Philosophy and Methodology of Sciences
|Course ID:||BSTS-Phi||Erasmus code / ISCED:||(unknown) / (unknown)|
|Course title:||Philosophy and Methodology of Sciences||Name in Polish:||Philosophy and Methodology of Sciences|
|Department:||(in Polish) Biuro do spraw obsługi projektu "Interdyscyplinarne studia doktoranckie STŚ"|
|ECTS credit allocation (and other scores):||
view allocation of credits
The course begins with a basic of logic, covering classical propositional calculus and introducing a distinction between proof and truth in a model. It next discusses probabilistic reasoning of the Byesian variety. Then it offers an overview of philosophical problems on which sciences have some import: the problem of causation, the question of determinism, the issue of human agency and free will. The final part of the course analyses what scientific explanations are, ending with epistemological questions of what knowledge, or scientific knowledge is.
- Logic: classical propositional calculus
- Logic: proof vs. truth; the concept of completeness
- Bayesianism as an art of reasoning
- Bayesian limit theorems
- Causation – the regularity accounts
- Causation – the „counterfactual” accounts
- Laplacean determinism
- Determinism: true or false?
- Perspectives on human agency
- Agency, free will, and determinism: compatibilism vs. incompatibilism
- Models of explanations and their paradoxes (law-covering model, statistical relevance model and Simpson‘s paradox, Erotetic model (why-questions)
- What’s knowledge? (classical concept of knowledge, Gettier’s paradoxes, non-classical concepts of knowledge)
Cartwright, N. How the laws of physics lie, New York: Clarendon, 1983.
Friedman, M. “Explanation and scientific understanding”, Journal of Philosophy, 1974.
Glymour C. Theory and Evidence, Chicago UP, 1983, pp. 63-93.
Hempel, K. Philosophy of Natural Science, Oxford Prentice-Hall, 1966, Ch. 5.
Ladyman, J. Understanding Philosophy of Science, Routledge 2001
Lambert, K. & Brittain, G. C. An Introduction to the Philosophy of Science, Ridgeview: Atascadero 3rd ed., 1987.
Lipton, P. Inference to the Best Explanation, Routlege 2004, Ch. 5.
Okasha, S. Philosophy of Science: A Very Short Introduction, Oxford 2002
Popper, C. Logic of Scientific Discovery, Routledge 2002, pp. 3-26.
Psillos, S. & Curd, M. (eds.) The Routledge Companion to Philosophy of Science, Routledge 2010
Salmon W., “Why ask,"Why?"? An inquiry concerning scientific explanation”, Proceedings and Addresses of the American Philosophical Society, 1978.
Van Fraassen, B.: The Scientific Image, Clarendon, Oxford, pp. 134-157.
The course focuses on philosophical foundations of scientific methods. It provides an analysis of various aspects of scientific reasoning, incl. explanation, confirmation, hypotheses formation. It discusses what the nature of science is, paying attention to particularities of its many branches. It teaches how to apply abstract knowledge to solving of particular problems. The course enhances students’ abilities of cooperative work as well as their critical thinking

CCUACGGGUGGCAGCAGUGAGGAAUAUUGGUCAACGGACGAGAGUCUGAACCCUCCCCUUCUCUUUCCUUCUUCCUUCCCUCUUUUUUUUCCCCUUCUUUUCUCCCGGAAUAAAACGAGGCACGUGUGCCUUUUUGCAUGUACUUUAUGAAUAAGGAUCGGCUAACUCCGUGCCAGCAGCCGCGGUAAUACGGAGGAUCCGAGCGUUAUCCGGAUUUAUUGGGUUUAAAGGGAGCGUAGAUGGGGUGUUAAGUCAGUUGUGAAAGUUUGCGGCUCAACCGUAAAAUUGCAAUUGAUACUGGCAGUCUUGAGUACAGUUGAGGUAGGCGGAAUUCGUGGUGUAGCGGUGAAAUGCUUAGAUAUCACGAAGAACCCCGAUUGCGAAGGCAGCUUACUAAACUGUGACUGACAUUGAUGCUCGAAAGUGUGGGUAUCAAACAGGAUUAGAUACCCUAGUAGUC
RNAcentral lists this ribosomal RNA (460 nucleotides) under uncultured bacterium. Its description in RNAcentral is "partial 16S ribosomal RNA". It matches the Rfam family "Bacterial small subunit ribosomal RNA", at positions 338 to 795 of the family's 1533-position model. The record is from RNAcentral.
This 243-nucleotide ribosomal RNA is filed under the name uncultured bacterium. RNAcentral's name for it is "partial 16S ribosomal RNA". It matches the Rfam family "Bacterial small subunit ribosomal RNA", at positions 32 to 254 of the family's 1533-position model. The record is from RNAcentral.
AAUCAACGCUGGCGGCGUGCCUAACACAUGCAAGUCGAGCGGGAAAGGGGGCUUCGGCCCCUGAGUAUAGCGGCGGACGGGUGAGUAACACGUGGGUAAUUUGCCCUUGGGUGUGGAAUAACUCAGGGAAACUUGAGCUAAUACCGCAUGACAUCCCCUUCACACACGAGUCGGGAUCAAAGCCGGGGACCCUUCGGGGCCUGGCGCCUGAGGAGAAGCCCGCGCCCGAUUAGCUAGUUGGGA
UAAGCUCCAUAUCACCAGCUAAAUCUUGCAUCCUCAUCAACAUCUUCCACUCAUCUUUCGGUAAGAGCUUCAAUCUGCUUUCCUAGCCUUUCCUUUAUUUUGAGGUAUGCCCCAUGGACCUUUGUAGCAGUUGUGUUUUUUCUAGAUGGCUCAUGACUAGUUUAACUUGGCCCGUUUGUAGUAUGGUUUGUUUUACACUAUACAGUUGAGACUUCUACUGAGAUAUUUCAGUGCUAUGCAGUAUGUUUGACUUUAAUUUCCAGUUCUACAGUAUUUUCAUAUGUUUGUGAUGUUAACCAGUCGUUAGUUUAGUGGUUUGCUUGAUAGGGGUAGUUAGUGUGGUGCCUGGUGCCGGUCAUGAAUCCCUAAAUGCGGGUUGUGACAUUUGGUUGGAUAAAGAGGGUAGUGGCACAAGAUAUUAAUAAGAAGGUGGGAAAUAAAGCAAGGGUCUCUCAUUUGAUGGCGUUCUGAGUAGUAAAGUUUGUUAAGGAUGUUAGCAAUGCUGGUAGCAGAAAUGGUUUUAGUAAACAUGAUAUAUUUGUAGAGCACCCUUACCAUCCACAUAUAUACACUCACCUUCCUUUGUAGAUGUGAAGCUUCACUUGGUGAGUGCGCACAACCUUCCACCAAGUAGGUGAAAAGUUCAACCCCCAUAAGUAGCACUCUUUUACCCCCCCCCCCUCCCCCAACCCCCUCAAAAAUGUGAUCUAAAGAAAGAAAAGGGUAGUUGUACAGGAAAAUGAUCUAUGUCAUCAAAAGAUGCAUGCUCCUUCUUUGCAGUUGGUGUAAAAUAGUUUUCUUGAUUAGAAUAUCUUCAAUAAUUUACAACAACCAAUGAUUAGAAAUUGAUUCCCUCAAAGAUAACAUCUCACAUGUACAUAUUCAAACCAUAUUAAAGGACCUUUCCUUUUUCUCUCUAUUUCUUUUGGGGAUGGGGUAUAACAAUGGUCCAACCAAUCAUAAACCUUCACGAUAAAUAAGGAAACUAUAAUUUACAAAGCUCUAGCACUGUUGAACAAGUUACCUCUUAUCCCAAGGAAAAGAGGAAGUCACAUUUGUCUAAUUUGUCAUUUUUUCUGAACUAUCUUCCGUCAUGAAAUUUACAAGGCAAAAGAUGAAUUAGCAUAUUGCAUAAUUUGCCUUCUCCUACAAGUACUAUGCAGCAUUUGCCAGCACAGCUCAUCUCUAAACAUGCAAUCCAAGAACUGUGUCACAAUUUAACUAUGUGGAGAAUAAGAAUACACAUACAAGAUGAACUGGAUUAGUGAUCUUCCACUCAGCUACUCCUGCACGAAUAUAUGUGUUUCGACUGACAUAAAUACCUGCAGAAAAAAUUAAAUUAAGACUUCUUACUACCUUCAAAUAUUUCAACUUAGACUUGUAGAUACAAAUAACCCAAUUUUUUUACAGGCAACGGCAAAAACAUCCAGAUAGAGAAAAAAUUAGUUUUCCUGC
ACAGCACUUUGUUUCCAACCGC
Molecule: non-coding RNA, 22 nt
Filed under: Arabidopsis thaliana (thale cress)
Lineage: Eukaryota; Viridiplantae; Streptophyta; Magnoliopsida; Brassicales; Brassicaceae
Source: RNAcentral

The student knows
- philosophical criteria of telling science from non-science, esp. pseudo-science;
- the specific sense in which science delivers knowledge;
- the complexities of testing hypotheses that stem from implicit and explicit assumptions, indispensable auxiliaries, idealizations and ceteris paribus clause;
- the concept of scientific knowledge and explanation;
- controversies about metaphysical import of the sciences, in particular with respect to issues of causation, (in)determinism, and agency.
The student is able:
- to identify and tentatively solve methodological problems in typical experimental situations and in interdisciplinary research;
- to offer and discuss alternative interpretations of an experiment/observation;
- to tentatively assess relative explanatory merits and drawbacks of rival hypotheses.
- is critical towards experimental design and interpretations of experimental results;
- is open to novel ideas, including those that come from other branches of science;
- perceives criticism as a mode of collaboration rather than competition.
|Assessment methods and assessment criteria:||
The lectures deal with seven broad topics in the philosophy and methodology of sciences. It is expected that a student will choose one of these topics, extend her knowledge by some suitable readings (to be suggested or consulted with the lecturer). Ideally, she should form her own view on the subject, taking sides with one party of the corresponding debate. At the exam, the student is expected to defend her position, or (if she failed to form one), to discuss pros and cons of extant responses in the debate of her choice.
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